In addition to the difference in the type of effect induced at the brain level, the two techniques have peculiarities and limitations that make them more or less usable in certain contexts. The TMS, unlike the tDCS, is an expensive and difficult to transport instrument. Furthermore, the administration of TMS can be distracting / annoying in somato-sensorial terms: the impulses in fact generate sound “clicks” and facial muscle contractions, which can make it difficult to use while the participant is performing a task.
The tDCS, on the other hand, does not generate particular sensory sensations except a slight tingling / itching under the electrodes at the time of the start of the stimulation (eg Poreisz et al., 2007), for this reason it is particularly suitable to be used during the performance of tasks and in cases where a control condition with sham / placebo stimulation is required (Gandiga et al., 2006).
NIBS are widely used in research, in order to investigate the functional state of brain systems, trace a causal relationship between a certain neural area / network and perform a task, deepen the functional connectivity between brain areas and induce / map changes in neural plasticity.
At a diagnostic level, TMS is used in evaluating the functionality of the motor system in various pathologies, such as multiple sclerosis, amyotrophic lateral sclerosis, stroke, movement disorders affecting the spine, cranial and facial nerves (Rossini and Rossi, 2007; Groppa et al., 2012; Rossini et al., 2015; Menon et al., 2015). Numerous studies, however, suggest that the technique may be useful in the differential diagnosis of different forms of dementia (eg Benussi et al., 2017; Pierantozzi et al., 2004), to identify specific treatment markers (Canali et al., 2014 ) and monitor rehabilitation treatment (Cipollari et al., 2015).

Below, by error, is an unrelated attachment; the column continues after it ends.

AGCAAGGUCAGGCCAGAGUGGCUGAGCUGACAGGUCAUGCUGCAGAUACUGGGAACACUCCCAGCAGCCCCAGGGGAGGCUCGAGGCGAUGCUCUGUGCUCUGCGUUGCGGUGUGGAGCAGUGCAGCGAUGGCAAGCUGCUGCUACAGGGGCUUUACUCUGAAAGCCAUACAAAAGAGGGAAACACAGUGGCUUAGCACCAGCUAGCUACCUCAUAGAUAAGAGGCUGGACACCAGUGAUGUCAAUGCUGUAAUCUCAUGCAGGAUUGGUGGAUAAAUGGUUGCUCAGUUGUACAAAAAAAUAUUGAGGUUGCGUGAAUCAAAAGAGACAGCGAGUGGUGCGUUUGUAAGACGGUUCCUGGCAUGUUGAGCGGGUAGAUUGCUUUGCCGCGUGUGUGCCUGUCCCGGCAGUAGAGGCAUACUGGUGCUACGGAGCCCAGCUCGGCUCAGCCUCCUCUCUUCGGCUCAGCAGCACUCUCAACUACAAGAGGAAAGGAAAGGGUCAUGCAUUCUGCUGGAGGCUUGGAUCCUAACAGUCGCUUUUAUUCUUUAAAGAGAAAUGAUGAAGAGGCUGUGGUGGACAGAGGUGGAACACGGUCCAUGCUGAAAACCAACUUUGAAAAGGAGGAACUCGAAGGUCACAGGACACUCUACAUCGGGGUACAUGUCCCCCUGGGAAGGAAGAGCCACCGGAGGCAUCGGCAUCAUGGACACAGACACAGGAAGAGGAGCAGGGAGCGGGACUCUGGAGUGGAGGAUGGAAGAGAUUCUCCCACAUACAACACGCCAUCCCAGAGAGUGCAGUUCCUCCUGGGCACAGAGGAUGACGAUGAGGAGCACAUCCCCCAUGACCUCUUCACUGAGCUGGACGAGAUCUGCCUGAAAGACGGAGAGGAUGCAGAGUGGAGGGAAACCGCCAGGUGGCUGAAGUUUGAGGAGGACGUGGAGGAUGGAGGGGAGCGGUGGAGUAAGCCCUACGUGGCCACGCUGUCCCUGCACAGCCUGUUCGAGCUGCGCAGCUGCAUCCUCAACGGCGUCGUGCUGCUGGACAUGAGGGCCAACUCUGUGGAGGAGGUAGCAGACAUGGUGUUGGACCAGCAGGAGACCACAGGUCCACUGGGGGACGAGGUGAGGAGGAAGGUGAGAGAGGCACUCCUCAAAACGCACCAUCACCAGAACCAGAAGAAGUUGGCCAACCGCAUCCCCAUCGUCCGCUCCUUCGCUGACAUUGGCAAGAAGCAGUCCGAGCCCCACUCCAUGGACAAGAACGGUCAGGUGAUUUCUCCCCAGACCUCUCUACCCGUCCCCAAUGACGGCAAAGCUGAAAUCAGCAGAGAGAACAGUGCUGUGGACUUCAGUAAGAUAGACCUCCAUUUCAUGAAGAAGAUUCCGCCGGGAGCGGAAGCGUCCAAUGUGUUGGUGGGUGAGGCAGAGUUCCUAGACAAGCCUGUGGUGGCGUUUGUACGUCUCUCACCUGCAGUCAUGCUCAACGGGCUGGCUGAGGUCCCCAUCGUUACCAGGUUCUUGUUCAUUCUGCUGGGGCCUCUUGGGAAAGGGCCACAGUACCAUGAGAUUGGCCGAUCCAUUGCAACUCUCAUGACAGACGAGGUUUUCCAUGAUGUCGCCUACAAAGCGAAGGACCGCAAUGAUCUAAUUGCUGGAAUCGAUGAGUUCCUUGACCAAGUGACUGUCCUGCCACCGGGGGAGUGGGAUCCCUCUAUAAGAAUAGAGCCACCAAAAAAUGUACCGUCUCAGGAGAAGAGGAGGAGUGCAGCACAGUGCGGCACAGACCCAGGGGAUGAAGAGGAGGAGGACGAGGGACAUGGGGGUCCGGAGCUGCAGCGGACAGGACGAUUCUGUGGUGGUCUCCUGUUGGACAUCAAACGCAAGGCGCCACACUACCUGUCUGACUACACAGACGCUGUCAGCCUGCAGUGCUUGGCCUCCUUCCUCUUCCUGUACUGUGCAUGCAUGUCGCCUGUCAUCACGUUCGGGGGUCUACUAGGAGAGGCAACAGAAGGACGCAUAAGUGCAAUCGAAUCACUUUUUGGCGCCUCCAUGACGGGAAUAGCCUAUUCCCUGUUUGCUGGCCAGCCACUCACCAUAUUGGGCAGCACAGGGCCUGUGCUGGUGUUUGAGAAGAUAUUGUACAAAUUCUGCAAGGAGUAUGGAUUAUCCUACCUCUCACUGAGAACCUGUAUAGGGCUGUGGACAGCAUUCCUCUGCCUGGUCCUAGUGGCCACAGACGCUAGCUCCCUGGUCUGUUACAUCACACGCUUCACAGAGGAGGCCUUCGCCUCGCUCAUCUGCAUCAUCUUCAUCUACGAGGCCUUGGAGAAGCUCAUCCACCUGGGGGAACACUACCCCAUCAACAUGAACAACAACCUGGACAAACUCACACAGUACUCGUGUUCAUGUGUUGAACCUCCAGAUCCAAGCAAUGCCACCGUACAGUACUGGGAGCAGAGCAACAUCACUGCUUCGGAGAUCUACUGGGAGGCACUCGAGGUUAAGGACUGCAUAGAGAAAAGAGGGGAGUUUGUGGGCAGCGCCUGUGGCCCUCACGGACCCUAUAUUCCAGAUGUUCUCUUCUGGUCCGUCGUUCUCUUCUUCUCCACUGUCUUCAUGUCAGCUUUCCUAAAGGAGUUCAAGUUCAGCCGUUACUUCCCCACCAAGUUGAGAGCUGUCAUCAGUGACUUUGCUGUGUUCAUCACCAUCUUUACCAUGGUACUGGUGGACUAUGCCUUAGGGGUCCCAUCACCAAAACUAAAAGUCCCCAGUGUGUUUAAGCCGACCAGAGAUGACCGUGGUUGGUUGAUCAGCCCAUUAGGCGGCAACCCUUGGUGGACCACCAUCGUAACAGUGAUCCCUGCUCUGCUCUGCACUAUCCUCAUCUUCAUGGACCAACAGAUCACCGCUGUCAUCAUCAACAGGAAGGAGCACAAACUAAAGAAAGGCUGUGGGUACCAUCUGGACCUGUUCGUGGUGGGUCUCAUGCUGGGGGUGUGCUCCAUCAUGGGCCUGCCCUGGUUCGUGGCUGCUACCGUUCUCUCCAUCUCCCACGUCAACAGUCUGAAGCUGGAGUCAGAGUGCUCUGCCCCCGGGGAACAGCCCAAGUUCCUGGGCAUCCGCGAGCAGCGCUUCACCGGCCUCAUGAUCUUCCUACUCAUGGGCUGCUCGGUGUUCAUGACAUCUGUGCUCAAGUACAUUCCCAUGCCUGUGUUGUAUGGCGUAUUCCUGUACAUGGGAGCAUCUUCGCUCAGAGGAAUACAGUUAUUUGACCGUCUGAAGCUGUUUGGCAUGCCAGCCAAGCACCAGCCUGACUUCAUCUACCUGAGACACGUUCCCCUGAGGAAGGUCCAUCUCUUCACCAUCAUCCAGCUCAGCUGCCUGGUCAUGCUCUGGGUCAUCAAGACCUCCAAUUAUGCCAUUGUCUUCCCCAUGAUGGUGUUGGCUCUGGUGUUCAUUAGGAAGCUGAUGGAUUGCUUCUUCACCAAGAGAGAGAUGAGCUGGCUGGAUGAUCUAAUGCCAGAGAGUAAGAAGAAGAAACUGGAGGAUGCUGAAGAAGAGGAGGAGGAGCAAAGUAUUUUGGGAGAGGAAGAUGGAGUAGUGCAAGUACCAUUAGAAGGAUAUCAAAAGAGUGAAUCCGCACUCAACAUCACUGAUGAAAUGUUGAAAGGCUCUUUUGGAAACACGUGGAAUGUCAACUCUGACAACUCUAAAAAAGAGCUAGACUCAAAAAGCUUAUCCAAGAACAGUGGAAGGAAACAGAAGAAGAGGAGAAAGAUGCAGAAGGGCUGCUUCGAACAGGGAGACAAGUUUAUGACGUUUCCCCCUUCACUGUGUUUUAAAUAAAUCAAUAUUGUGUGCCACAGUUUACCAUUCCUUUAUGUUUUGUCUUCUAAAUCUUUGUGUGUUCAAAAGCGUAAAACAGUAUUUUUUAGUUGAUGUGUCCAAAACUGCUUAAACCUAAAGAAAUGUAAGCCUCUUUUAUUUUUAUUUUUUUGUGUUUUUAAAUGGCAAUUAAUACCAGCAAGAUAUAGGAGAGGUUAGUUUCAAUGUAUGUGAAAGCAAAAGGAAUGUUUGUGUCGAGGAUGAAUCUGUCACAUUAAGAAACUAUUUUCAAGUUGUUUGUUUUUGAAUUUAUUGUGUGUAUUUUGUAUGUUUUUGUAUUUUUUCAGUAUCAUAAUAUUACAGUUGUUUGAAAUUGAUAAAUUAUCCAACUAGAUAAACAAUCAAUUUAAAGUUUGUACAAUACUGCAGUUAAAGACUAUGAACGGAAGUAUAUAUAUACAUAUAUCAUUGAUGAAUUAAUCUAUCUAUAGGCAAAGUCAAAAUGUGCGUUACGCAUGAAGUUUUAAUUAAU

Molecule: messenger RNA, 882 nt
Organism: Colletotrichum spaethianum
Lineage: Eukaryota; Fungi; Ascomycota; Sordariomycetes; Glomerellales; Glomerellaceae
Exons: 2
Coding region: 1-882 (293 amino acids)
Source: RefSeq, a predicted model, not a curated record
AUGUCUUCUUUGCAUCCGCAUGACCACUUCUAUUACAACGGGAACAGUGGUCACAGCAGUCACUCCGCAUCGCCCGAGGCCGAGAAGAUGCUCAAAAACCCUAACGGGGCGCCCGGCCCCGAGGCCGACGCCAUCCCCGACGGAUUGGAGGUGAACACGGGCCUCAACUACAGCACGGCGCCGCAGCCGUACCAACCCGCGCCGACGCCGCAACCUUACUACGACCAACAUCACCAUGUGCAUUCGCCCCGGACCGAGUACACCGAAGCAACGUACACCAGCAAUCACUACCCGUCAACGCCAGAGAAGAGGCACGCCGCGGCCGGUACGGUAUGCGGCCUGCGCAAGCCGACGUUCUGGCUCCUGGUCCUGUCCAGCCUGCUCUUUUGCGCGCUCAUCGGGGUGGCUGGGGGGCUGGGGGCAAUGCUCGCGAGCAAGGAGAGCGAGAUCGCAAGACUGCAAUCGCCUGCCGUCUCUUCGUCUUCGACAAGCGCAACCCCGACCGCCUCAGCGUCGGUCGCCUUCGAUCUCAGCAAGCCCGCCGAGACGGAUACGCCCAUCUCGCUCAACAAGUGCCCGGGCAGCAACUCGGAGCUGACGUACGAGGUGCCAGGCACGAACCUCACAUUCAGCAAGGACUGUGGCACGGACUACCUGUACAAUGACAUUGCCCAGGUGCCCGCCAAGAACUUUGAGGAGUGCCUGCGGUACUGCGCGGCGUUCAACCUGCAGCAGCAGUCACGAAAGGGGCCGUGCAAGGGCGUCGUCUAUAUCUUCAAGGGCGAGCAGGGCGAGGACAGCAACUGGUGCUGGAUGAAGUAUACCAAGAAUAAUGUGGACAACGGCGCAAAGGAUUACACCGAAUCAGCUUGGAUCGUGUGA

As for indications for treatment, apart from a few exceptions (e.g. depression, see the next paragraph), NIBS are currently used in the neuropsychological and psychiatric rehabilitation field at an experimental level only. Although considered to be potentially useful for the treatment of a variety of ailments, researchers agree that more empirical evidence is needed to establish their clinical effectiveness and track specific rehabilitation protocols. To this end, panels of world experts periodically deal with evaluating the state of the art on the subject and drawing guidelines for the use of techniques in clinical practice.
For the purposes of this article we will describe the state of the art of using NIBS as an intervention in psychiatric disorders.
To date, psychiatric disorders are among the most common diseases worldwide, with an extremely negative impact on quality of life and socio-working functioning, connected to high mortality rates and high costs for health services (Wittchen et al ., 2011). Despite the majority of patients accessing standard psychotherapeutic and pharmacological treatments, the data show that 20-30% of patients with major depressive disorder, 40-60% of patients with obsessive-compulsive disorder and up to 50% of patients with schizophrenia do not respond to traditional treatments (Bloch et al., 2006; Rush et., 2006; Scholten et al., 2013; Yamanaka et al., 2010).
These data, together with the evidence about the involvement of specific neural networks in psychiatric disorders, have made research necessary on alternative forms of treatment such as NIBS which, alongside traditional therapies, can enhance their effects, allowing to develop interventions as possible specific and effective.